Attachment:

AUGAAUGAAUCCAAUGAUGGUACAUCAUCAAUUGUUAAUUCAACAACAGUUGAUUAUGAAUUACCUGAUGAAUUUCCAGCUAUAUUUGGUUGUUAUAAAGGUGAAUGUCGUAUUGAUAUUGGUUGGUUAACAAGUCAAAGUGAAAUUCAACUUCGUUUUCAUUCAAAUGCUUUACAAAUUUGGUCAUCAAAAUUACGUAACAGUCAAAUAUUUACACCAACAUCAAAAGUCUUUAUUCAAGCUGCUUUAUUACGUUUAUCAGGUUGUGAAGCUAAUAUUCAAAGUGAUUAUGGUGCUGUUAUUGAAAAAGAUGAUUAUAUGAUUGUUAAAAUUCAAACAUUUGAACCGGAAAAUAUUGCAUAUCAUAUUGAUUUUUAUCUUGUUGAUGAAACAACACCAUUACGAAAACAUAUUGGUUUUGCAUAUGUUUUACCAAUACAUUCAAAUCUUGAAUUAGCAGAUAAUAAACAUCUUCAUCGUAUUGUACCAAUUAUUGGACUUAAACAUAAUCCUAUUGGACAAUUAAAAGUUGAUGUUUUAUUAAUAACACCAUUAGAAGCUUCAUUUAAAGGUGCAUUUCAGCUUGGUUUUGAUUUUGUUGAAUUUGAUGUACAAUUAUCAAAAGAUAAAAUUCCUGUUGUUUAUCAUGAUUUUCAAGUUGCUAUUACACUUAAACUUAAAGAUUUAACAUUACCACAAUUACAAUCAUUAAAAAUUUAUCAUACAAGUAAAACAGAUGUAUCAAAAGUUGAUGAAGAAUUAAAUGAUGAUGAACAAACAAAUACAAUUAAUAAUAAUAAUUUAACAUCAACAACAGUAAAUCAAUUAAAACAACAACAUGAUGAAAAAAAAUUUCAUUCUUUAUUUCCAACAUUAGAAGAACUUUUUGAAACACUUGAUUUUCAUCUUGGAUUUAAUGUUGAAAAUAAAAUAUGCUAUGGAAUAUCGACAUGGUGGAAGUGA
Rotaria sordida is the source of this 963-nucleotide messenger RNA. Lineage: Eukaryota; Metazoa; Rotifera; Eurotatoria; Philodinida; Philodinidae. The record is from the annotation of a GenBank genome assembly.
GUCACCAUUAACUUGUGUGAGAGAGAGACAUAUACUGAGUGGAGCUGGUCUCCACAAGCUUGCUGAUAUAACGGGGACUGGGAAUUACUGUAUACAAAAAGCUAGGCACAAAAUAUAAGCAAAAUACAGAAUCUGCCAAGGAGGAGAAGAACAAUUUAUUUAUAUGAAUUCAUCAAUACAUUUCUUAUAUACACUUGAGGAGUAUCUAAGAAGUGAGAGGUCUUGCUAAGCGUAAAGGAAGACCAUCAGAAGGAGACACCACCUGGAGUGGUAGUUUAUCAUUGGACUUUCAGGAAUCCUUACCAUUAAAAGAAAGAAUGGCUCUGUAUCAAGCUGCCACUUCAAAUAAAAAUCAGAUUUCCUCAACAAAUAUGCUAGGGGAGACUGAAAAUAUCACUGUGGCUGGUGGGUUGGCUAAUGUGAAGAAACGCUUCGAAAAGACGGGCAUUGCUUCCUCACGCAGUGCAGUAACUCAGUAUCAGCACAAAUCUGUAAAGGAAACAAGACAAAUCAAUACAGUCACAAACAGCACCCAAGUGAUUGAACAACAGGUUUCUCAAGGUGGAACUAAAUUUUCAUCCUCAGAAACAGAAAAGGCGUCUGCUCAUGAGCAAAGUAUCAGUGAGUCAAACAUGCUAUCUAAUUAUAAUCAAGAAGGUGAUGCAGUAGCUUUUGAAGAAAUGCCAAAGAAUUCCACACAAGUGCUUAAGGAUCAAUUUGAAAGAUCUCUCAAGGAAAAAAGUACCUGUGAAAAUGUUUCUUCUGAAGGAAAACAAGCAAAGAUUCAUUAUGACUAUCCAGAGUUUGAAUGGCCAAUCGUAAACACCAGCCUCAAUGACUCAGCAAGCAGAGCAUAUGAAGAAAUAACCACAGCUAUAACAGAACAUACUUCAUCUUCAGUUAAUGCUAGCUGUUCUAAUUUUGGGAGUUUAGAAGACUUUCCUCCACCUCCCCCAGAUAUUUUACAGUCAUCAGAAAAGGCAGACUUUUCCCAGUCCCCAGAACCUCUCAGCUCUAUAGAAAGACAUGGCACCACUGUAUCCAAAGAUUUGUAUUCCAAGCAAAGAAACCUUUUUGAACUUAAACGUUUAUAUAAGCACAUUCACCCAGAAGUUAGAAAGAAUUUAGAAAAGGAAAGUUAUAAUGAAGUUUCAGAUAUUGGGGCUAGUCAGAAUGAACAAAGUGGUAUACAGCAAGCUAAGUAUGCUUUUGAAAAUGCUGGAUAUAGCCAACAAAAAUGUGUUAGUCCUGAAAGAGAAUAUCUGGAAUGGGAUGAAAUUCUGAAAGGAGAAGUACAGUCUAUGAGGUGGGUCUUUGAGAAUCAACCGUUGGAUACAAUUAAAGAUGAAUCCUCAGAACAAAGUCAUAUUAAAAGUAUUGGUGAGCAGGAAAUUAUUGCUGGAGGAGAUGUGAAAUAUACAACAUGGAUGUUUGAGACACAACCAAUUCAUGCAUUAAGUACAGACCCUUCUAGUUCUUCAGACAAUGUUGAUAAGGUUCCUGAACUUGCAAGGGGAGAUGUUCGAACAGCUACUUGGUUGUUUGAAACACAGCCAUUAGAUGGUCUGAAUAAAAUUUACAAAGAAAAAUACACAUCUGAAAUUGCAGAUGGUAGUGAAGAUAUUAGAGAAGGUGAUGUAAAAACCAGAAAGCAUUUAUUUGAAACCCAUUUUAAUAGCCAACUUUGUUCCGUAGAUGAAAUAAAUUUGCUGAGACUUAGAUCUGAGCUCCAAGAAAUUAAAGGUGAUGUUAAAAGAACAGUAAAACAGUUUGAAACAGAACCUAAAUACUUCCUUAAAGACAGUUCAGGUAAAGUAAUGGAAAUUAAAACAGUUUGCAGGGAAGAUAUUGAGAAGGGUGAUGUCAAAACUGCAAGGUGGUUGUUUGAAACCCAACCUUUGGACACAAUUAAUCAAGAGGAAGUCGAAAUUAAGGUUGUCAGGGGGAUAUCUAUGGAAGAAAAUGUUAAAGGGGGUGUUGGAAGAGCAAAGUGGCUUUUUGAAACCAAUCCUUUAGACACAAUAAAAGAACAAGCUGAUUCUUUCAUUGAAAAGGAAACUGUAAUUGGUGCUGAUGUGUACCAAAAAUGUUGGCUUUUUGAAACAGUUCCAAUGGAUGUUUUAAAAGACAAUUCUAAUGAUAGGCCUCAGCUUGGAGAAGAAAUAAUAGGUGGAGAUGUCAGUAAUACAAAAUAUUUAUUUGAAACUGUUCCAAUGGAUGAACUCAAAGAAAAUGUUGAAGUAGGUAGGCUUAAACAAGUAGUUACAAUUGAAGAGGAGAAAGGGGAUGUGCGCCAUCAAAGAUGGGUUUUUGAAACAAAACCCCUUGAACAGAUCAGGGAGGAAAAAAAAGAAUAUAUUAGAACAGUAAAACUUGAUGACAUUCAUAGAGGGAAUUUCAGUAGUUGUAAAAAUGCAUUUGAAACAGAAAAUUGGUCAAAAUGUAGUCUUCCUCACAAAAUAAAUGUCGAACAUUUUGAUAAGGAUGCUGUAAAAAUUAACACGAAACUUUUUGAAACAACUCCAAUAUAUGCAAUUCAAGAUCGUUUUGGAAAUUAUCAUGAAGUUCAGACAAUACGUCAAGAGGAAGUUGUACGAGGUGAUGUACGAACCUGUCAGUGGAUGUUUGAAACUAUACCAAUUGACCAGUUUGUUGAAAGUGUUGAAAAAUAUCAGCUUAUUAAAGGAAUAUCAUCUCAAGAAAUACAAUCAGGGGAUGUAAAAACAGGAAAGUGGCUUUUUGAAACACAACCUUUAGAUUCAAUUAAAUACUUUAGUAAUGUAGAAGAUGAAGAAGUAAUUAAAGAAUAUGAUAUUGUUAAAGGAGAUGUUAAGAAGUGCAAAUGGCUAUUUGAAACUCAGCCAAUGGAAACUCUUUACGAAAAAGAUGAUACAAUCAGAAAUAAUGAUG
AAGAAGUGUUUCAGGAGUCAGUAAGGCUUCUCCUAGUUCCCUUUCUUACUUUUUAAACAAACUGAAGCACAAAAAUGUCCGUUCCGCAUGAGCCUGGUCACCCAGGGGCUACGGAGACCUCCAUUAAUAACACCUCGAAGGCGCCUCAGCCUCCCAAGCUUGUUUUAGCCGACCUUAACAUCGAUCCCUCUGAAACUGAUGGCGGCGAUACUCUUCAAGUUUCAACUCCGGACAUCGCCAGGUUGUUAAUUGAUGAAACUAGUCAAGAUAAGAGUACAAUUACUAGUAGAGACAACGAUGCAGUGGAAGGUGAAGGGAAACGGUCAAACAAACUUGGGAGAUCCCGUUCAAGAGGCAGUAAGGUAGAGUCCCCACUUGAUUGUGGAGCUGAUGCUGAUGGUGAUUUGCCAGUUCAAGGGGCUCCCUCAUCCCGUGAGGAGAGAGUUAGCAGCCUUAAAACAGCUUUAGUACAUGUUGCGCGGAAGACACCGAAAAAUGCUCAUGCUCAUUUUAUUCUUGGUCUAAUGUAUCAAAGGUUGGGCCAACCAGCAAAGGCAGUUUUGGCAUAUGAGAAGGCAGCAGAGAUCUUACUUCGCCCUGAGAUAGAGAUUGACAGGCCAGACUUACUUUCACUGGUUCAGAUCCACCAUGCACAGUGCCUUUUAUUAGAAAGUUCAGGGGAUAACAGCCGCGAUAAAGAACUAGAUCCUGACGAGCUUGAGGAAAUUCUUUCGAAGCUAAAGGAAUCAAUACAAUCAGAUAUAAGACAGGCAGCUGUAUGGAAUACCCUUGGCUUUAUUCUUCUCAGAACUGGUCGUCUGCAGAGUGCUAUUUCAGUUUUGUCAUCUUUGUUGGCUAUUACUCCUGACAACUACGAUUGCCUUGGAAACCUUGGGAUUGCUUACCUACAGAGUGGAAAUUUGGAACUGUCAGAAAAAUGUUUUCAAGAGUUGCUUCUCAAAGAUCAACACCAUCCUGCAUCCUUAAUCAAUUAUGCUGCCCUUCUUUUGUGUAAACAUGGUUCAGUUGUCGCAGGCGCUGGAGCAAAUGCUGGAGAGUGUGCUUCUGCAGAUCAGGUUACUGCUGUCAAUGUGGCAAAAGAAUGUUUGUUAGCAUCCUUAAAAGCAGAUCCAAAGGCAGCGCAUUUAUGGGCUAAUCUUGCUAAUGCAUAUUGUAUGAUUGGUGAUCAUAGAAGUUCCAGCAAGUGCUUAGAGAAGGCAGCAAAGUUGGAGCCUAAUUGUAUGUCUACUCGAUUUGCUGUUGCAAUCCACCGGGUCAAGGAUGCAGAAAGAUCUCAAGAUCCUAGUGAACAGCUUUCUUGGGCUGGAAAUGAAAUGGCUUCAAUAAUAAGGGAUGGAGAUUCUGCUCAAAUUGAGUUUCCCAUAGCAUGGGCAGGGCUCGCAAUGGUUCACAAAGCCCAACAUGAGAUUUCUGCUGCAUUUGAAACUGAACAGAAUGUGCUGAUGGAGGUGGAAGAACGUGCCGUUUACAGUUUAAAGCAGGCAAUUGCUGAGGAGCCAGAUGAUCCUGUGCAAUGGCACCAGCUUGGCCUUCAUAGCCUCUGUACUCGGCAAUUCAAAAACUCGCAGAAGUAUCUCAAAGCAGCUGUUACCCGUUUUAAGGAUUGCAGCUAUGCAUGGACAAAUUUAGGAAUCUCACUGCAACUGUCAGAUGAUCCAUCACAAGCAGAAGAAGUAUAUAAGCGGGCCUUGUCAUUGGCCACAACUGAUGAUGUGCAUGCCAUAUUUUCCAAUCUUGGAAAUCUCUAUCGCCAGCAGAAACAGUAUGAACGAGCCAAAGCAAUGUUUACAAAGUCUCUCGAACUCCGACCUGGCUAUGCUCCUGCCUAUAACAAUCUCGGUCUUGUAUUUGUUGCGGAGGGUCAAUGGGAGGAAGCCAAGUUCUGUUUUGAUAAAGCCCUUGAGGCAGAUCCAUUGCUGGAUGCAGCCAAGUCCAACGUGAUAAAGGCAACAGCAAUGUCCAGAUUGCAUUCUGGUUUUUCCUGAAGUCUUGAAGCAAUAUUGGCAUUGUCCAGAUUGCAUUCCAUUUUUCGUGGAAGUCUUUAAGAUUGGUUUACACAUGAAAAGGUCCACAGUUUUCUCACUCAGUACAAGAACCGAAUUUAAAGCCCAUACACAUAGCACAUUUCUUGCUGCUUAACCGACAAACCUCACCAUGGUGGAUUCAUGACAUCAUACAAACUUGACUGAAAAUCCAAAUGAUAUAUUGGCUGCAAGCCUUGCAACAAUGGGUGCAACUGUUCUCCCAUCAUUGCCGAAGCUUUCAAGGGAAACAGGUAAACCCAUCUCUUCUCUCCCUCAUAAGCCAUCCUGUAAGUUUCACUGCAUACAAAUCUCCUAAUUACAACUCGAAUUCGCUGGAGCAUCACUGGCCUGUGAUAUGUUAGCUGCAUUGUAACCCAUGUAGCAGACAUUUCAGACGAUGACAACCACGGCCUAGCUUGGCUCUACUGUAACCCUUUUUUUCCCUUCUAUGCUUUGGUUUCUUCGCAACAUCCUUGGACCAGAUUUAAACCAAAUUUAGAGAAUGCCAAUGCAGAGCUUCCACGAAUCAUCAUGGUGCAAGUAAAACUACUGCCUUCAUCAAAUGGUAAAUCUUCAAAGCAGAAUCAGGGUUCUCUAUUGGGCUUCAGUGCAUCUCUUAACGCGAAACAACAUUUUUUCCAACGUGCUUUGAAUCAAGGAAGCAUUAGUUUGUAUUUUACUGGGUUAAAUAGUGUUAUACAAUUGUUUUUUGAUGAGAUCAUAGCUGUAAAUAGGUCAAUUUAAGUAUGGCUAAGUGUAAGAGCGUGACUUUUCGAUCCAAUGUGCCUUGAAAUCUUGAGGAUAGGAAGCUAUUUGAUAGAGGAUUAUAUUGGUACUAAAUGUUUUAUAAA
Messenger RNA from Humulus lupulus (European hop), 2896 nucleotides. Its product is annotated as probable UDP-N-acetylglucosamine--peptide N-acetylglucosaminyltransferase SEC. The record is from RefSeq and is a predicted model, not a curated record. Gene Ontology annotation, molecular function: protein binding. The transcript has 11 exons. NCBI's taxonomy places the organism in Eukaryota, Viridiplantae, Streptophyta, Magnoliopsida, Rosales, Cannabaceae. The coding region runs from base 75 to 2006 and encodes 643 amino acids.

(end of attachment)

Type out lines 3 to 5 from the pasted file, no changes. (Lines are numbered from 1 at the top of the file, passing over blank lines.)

GUCACCAUUAACUUGUGUGAGAGAGAGACAUAUACUGAGUGGAGCUGGUCUCCACAAGCUUGCUGAUAUAACGGGGACUGGGAAUUACUGUAUACAAAAAGCUAGGCACAAAAUAUAAGCAAAAUACAGAAUCUGCCAAGGAGGAGAAGAACAAUUUAUUUAUAUGAAUUCAUCAAUACAUUUCUUAUAUACACUUGAGGAGUAUCUAAGAAGUGAGAGGUCUUGCUAAGCGUAAAGGAAGACCAUCAGAAGGAGACACCACCUGGAGUGGUAGUUUAUCAUUGGACUUUCAGGAAUCCUUACCAUUAAAAGAAAGAAUGGCUCUGUAUCAAGCUGCCACUUCAAAUAAAAAUCAGAUUUCCUCAACAAAUAUGCUAGGGGAGACUGAAAAUAUCACUGUGGCUGGUGGGUUGGCUAAUGUGAAGAAACGCUUCGAAAAGACGGGCAUUGCUUCCUCACGCAGUGCAGUAACUCAGUAUCAGCACAAAUCUGUAAAGGAAACAAGACAAAUCAAUACAGUCACAAACAGCACCCAAGUGAUUGAACAACAGGUUUCUCAAGGUGGAACUAAAUUUUCAUCCUCAGAAACAGAAAAGGCGUCUGCUCAUGAGCAAAGUAUCAGUGAGUCAAACAUGCUAUCUAAUUAUAAUCAAGAAGGUGAUGCAGUAGCUUUUGAAGAAAUGCCAAAGAAUUCCACACAAGUGCUUAAGGAUCAAUUUGAAAGAUCUCUCAAGGAAAAAAGUACCUGUGAAAAUGUUUCUUCUGAAGGAAAACAAGCAAAGAUUCAUUAUGACUAUCCAGAGUUUGAAUGGCCAAUCGUAAACACCAGCCUCAAUGACUCAGCAAGCAGAGCAUAUGAAGAAAUAACCACAGCUAUAACAGAACAUACUUCAUCUUCAGUUAAUGCUAGCUGUUCUAAUUUUGGGAGUUUAGAAGACUUUCCUCCACCUCCCCCAGAUAUUUUACAGUCAUCAGAAAAGGCAGACUUUUCCCAGUCCCCAGAACCUCUCAGCUCUAUAGAAAGACAUGGCACCACUGUAUCCAAAGAUUUGUAUUCCAAGCAAAGAAACCUUUUUGAACUUAAACGUUUAUAUAAGCACAUUCACCCAGAAGUUAGAAAGAAUUUAGAAAAGGAAAGUUAUAAUGAAGUUUCAGAUAUUGGGGCUAGUCAGAAUGAACAAAGUGGUAUACAGCAAGCUAAGUAUGCUUUUGAAAAUGCUGGAUAUAGCCAACAAAAAUGUGUUAGUCCUGAAAGAGAAUAUCUGGAAUGGGAUGAAAUUCUGAAAGGAGAAGUACAGUCUAUGAGGUGGGUCUUUGAGAAUCAACCGUUGGAUACAAUUAAAGAUGAAUCCUCAGAACAAAGUCAUAUUAAAAGUAUUGGUGAGCAGGAAAUUAUUGCUGGAGGAGAUGUGAAAUAUACAACAUGGAUGUUUGAGACACAACCAAUUCAUGCAUUAAGUACAGACCCUUCUAGUUCUUCAGACAAUGUUGAUAAGGUUCCUGAACUUGCAAGGGGAGAUGUUCGAACAGCUACUUGGUUGUUUGAAACACAGCCAUUAGAUGGUCUGAAUAAAAUUUACAAAGAAAAAUACACAUCUGAAAUUGCAGAUGGUAGUGAAGAUAUUAGAGAAGGUGAUGUAAAAACCAGAAAGCAUUUAUUUGAAACCCAUUUUAAUAGCCAACUUUGUUCCGUAGAUGAAAUAAAUUUGCUGAGACUUAGAUCUGAGCUCCAAGAAAUUAAAGGUGAUGUUAAAAGAACAGUAAAACAGUUUGAAACAGAACCUAAAUACUUCCUUAAAGACAGUUCAGGUAAAGUAAUGGAAAUUAAAACAGUUUGCAGGGAAGAUAUUGAGAAGGGUGAUGUCAAAACUGCAAGGUGGUUGUUUGAAACCCAACCUUUGGACACAAUUAAUCAAGAGGAAGUCGAAAUUAAGGUUGUCAGGGGGAUAUCUAUGGAAGAAAAUGUUAAAGGGGGUGUUGGAAGAGCAAAGUGGCUUUUUGAAACCAAUCCUUUAGACACAAUAAAAGAACAAGCUGAUUCUUUCAUUGAAAAGGAAACUGUAAUUGGUGCUGAUGUGUACCAAAAAUGUUGGCUUUUUGAAACAGUUCCAAUGGAUGUUUUAAAAGACAAUUCUAAUGAUAGGCCUCAGCUUGGAGAAGAAAUAAUAGGUGGAGAUGUCAGUAAUACAAAAUAUUUAUUUGAAACUGUUCCAAUGGAUGAACUCAAAGAAAAUGUUGAAGUAGGUAGGCUUAAACAAGUAGUUACAAUUGAAGAGGAGAAAGGGGAUGUGCGCCAUCAAAGAUGGGUUUUUGAAACAAAACCCCUUGAACAGAUCAGGGAGGAAAAAAAAGAAUAUAUUAGAACAGUAAAACUUGAUGACAUUCAUAGAGGGAAUUUCAGUAGUUGUAAAAAUGCAUUUGAAACAGAAAAUUGGUCAAAAUGUAGUCUUCCUCACAAAAUAAAUGUCGAACAUUUUGAUAAGGAUGCUGUAAAAAUUAACACGAAACUUUUUGAAACAACUCCAAUAUAUGCAAUUCAAGAUCGUUUUGGAAAUUAUCAUGAAGUUCAGACAAUACGUCAAGAGGAAGUUGUACGAGGUGAUGUACGAACCUGUCAGUGGAUGUUUGAAACUAUACCAAUUGACCAGUUUGUUGAAAGUGUUGAAAAAUAUCAGCUUAUUAAAGGAAUAUCAUCUCAAGAAAUACAAUCAGGGGAUGUAAAAACAGGAAAGUGGCUUUUUGAAACACAACCUUUAGAUUCAAUUAAAUACUUUAGUAAUGUAGAAGAUGAAGAAGUAAUUAAAGAAUAUGAUAUUGUUAAAGGAGAUGUUAAGAAGUGCAAAUGGCUAUUUGAAACUCAGCCAAUGGAAACUCUUUACGAAAAAGAUGAUACAAUCAGAAAUAAUGAUG
AAGAAGUGUUUCAGGAGUCAGUAAGGCUUCUCCUAGUUCCCUUUCUUACUUUUUAAACAAACUGAAGCACAAAAAUGUCCGUUCCGCAUGAGCCUGGUCACCCAGGGGCUACGGAGACCUCCAUUAAUAACACCUCGAAGGCGCCUCAGCCUCCCAAGCUUGUUUUAGCCGACCUUAACAUCGAUCCCUCUGAAACUGAUGGCGGCGAUACUCUUCAAGUUUCAACUCCGGACAUCGCCAGGUUGUUAAUUGAUGAAACUAGUCAAGAUAAGAGUACAAUUACUAGUAGAGACAACGAUGCAGUGGAAGGUGAAGGGAAACGGUCAAACAAACUUGGGAGAUCCCGUUCAAGAGGCAGUAAGGUAGAGUCCCCACUUGAUUGUGGAGCUGAUGCUGAUGGUGAUUUGCCAGUUCAAGGGGCUCCCUCAUCCCGUGAGGAGAGAGUUAGCAGCCUUAAAACAGCUUUAGUACAUGUUGCGCGGAAGACACCGAAAAAUGCUCAUGCUCAUUUUAUUCUUGGUCUAAUGUAUCAAAGGUUGGGCCAACCAGCAAAGGCAGUUUUGGCAUAUGAGAAGGCAGCAGAGAUCUUACUUCGCCCUGAGAUAGAGAUUGACAGGCCAGACUUACUUUCACUGGUUCAGAUCCACCAUGCACAGUGCCUUUUAUUAGAAAGUUCAGGGGAUAACAGCCGCGAUAAAGAACUAGAUCCUGACGAGCUUGAGGAAAUUCUUUCGAAGCUAAAGGAAUCAAUACAAUCAGAUAUAAGACAGGCAGCUGUAUGGAAUACCCUUGGCUUUAUUCUUCUCAGAACUGGUCGUCUGCAGAGUGCUAUUUCAGUUUUGUCAUCUUUGUUGGCUAUUACUCCUGACAACUACGAUUGCCUUGGAAACCUUGGGAUUGCUUACCUACAGAGUGGAAAUUUGGAACUGUCAGAAAAAUGUUUUCAAGAGUUGCUUCUCAAAGAUCAACACCAUCCUGCAUCCUUAAUCAAUUAUGCUGCCCUUCUUUUGUGUAAACAUGGUUCAGUUGUCGCAGGCGCUGGAGCAAAUGCUGGAGAGUGUGCUUCUGCAGAUCAGGUUACUGCUGUCAAUGUGGCAAAAGAAUGUUUGUUAGCAUCCUUAAAAGCAGAUCCAAAGGCAGCGCAUUUAUGGGCUAAUCUUGCUAAUGCAUAUUGUAUGAUUGGUGAUCAUAGAAGUUCCAGCAAGUGCUUAGAGAAGGCAGCAAAGUUGGAGCCUAAUUGUAUGUCUACUCGAUUUGCUGUUGCAAUCCACCGGGUCAAGGAUGCAGAAAGAUCUCAAGAUCCUAGUGAACAGCUUUCUUGGGCUGGAAAUGAAAUGGCUUCAAUAAUAAGGGAUGGAGAUUCUGCUCAAAUUGAGUUUCCCAUAGCAUGGGCAGGGCUCGCAAUGGUUCACAAAGCCCAACAUGAGAUUUCUGCUGCAUUUGAAACUGAACAGAAUGUGCUGAUGGAGGUGGAAGAACGUGCCGUUUACAGUUUAAAGCAGGCAAUUGCUGAGGAGCCAGAUGAUCCUGUGCAAUGGCACCAGCUUGGCCUUCAUAGCCUCUGUACUCGGCAAUUCAAAAACUCGCAGAAGUAUCUCAAAGCAGCUGUUACCCGUUUUAAGGAUUGCAGCUAUGCAUGGACAAAUUUAGGAAUCUCACUGCAACUGUCAGAUGAUCCAUCACAAGCAGAAGAAGUAUAUAAGCGGGCCUUGUCAUUGGCCACAACUGAUGAUGUGCAUGCCAUAUUUUCCAAUCUUGGAAAUCUCUAUCGCCAGCAGAAACAGUAUGAACGAGCCAAAGCAAUGUUUACAAAGUCUCUCGAACUCCGACCUGGCUAUGCUCCUGCCUAUAACAAUCUCGGUCUUGUAUUUGUUGCGGAGGGUCAAUGGGAGGAAGCCAAGUUCUGUUUUGAUAAAGCCCUUGAGGCAGAUCCAUUGCUGGAUGCAGCCAAGUCCAACGUGAUAAAGGCAACAGCAAUGUCCAGAUUGCAUUCUGGUUUUUCCUGAAGUCUUGAAGCAAUAUUGGCAUUGUCCAGAUUGCAUUCCAUUUUUCGUGGAAGUCUUUAAGAUUGGUUUACACAUGAAAAGGUCCACAGUUUUCUCACUCAGUACAAGAACCGAAUUUAAAGCCCAUACACAUAGCACAUUUCUUGCUGCUUAACCGACAAACCUCACCAUGGUGGAUUCAUGACAUCAUACAAACUUGACUGAAAAUCCAAAUGAUAUAUUGGCUGCAAGCCUUGCAACAAUGGGUGCAACUGUUCUCCCAUCAUUGCCGAAGCUUUCAAGGGAAACAGGUAAACCCAUCUCUUCUCUCCCUCAUAAGCCAUCCUGUAAGUUUCACUGCAUACAAAUCUCCUAAUUACAACUCGAAUUCGCUGGAGCAUCACUGGCCUGUGAUAUGUUAGCUGCAUUGUAACCCAUGUAGCAGACAUUUCAGACGAUGACAACCACGGCCUAGCUUGGCUCUACUGUAACCCUUUUUUUCCCUUCUAUGCUUUGGUUUCUUCGCAACAUCCUUGGACCAGAUUUAAACCAAAUUUAGAGAAUGCCAAUGCAGAGCUUCCACGAAUCAUCAUGGUGCAAGUAAAACUACUGCCUUCAUCAAAUGGUAAAUCUUCAAAGCAGAAUCAGGGUUCUCUAUUGGGCUUCAGUGCAUCUCUUAACGCGAAACAACAUUUUUUCCAACGUGCUUUGAAUCAAGGAAGCAUUAGUUUGUAUUUUACUGGGUUAAAUAGUGUUAUACAAUUGUUUUUUGAUGAGAUCAUAGCUGUAAAUAGGUCAAUUUAAGUAUGGCUAAGUGUAAGAGCGUGACUUUUCGAUCCAAUGUGCCUUGAAAUCUUGAGGAUAGGAAGCUAUUUGAUAGAGGAUUAUAUUGGUACUAAAUGUUUUAUAAA
Messenger RNA from Humulus lupulus (European hop), 2896 nucleotides. Its product is annotated as probable UDP-N-acetylglucosamine--peptide N-acetylglucosaminyltransferase SEC. The record is from RefSeq and is a predicted model, not a curated record. Gene Ontology annotation, molecular function: protein binding. The transcript has 11 exons. NCBI's taxonomy places the organism in Eukaryota, Viridiplantae, Streptophyta, Magnoliopsida, Rosales, Cannabaceae. The coding region runs from base 75 to 2006 and encodes 643 amino acids.